They have also made their reservation system available in January, as opposed to April, as the case has been in past years, to make it easier for visitors to plan their experience well in-advance.
To try and ease the amount of cars in the parks, Parks Canada also invested in the ROAM bus system and will continue the free Lake Louise Shuttle and traffic flaggers at key areas in Banff National Park throughout the summer of 2017.
The Moraine Lake Shuttle will be available for larch season and they have increased their use of highway message boards and social media to manage expectations and help people coming to the park be better prepare for their visit.
Parks Canada also provided us with info on some of the less visited parks in the province.
In Elk Island National Park, the camp site and the day-use areas both have taps with drinking water available. They get their drinking water from a municipal source, where it is tested and treated.
Bottled water is also available for sale at the Visitor Centre.
In Waterton Lakes National Park, visitors can access potable drinking water throughout the community of Waterton Park as well as the Townsite and Crandell campgrounds.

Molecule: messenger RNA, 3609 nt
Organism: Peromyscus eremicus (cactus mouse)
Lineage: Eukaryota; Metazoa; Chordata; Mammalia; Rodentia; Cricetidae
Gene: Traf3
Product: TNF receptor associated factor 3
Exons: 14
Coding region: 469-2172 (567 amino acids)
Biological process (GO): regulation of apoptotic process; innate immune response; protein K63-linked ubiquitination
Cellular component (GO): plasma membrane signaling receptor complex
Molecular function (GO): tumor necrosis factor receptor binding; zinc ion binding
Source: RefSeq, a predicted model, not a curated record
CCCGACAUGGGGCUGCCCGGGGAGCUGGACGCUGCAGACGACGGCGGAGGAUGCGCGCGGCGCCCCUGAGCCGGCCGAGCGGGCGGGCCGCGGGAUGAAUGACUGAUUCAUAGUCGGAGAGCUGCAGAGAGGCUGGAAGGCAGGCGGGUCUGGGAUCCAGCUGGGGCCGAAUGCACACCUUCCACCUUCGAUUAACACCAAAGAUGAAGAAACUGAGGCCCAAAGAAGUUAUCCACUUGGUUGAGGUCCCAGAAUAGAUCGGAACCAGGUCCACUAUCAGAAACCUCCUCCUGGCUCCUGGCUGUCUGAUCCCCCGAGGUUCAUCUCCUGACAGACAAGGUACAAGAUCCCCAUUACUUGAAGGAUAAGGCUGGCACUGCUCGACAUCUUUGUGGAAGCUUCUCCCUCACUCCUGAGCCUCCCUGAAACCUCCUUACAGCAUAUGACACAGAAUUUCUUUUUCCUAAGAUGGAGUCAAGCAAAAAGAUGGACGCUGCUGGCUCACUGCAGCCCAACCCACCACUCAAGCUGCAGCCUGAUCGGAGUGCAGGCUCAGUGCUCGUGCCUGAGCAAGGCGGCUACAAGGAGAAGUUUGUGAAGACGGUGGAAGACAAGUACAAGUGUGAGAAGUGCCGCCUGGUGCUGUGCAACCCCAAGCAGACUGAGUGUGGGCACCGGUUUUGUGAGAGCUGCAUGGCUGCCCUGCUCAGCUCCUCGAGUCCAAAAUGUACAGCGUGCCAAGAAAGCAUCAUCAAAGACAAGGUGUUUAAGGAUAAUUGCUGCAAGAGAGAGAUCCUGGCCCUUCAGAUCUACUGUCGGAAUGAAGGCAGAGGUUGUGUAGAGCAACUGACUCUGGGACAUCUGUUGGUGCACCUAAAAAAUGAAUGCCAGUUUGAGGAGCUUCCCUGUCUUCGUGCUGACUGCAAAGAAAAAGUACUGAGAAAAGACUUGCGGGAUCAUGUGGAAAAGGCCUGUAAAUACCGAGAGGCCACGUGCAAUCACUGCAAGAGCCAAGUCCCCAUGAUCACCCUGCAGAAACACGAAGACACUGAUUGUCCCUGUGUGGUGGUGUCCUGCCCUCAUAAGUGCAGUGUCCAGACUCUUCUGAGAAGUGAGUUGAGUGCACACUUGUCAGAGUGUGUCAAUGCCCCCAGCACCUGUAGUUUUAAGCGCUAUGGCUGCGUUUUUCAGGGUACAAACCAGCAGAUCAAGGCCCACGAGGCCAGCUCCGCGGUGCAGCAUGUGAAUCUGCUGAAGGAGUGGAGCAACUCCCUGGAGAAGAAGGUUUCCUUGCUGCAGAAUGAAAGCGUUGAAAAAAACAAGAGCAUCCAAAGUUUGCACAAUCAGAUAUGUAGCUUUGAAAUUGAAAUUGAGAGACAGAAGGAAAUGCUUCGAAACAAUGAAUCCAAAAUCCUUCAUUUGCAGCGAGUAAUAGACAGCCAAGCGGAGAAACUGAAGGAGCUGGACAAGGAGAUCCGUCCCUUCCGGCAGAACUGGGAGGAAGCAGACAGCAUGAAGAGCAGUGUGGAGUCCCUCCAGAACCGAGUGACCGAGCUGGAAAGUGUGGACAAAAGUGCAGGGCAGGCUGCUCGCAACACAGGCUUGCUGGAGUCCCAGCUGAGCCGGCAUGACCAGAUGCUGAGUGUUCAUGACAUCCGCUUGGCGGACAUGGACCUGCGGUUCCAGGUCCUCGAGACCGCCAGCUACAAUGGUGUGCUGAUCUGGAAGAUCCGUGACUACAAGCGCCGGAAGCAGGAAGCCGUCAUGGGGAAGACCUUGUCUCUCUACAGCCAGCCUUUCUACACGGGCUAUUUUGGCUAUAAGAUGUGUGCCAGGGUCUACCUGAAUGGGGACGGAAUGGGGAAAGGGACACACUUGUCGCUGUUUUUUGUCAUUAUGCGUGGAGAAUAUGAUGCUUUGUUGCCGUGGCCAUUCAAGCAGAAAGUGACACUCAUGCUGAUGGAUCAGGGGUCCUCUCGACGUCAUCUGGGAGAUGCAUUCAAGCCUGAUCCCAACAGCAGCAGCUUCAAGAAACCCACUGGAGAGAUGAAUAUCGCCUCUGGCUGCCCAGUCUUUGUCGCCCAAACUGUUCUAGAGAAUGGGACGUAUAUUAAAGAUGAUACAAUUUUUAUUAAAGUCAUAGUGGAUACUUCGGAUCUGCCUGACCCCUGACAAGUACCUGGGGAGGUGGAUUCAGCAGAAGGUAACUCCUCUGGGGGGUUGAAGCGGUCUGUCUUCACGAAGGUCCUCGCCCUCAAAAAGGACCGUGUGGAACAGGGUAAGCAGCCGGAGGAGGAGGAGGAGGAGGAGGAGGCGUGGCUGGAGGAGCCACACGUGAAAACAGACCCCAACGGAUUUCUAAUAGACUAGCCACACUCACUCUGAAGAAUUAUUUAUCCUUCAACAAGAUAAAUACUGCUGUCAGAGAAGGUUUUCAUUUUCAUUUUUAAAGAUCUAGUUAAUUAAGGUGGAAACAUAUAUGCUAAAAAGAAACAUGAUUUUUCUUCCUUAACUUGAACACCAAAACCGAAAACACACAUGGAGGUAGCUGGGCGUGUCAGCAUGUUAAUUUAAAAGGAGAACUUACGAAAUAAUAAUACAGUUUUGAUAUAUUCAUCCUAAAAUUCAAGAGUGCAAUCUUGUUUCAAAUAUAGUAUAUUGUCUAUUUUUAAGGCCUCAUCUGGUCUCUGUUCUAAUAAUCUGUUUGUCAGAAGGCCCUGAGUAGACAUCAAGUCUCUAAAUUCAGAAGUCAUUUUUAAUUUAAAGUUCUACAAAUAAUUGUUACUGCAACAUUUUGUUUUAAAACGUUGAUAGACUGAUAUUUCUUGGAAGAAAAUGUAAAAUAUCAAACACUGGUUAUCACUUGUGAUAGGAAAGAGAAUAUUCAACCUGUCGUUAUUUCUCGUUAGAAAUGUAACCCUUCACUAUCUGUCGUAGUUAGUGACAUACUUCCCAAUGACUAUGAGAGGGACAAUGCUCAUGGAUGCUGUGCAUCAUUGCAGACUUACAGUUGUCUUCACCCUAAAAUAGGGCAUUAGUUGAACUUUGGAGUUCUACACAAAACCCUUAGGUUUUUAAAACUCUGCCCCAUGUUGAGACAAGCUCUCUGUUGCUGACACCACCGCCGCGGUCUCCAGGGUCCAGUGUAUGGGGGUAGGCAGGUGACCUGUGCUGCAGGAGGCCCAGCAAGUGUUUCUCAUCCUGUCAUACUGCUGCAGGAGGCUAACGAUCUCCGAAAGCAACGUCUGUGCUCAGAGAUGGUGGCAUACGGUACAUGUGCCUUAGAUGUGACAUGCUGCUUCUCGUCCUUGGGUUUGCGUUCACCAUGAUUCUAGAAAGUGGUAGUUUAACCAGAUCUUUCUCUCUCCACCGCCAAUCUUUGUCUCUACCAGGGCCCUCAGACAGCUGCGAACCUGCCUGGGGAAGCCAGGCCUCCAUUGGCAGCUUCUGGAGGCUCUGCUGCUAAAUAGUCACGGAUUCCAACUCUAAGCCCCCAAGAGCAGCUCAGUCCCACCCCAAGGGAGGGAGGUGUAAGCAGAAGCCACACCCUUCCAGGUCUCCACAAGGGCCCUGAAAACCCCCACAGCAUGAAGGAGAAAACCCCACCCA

Visitors are advised to bring their their own water or boil or treat surface water from streams and lakes at the Belly River Campground as well as all back-country campgrounds, day use areas and picnic areas.
We were informed that Parks Canada sources its potable drinking water in Waterton Lakes National Park from three 32 metre deep wells, which provide water to the town site, the operations compound, and Crandell Campground.
A representative from Parks Canada's head office told us that to ensure consistency among the national parks; Parks Canada follows potable water guidelines that are built on the principles outlined in the Health Canada Interdepartmental Working Group Drinking Water Guidance Document.
They also added that their potable water is tested regularly according to Parks Canada Potable Water Guidelines and Standards.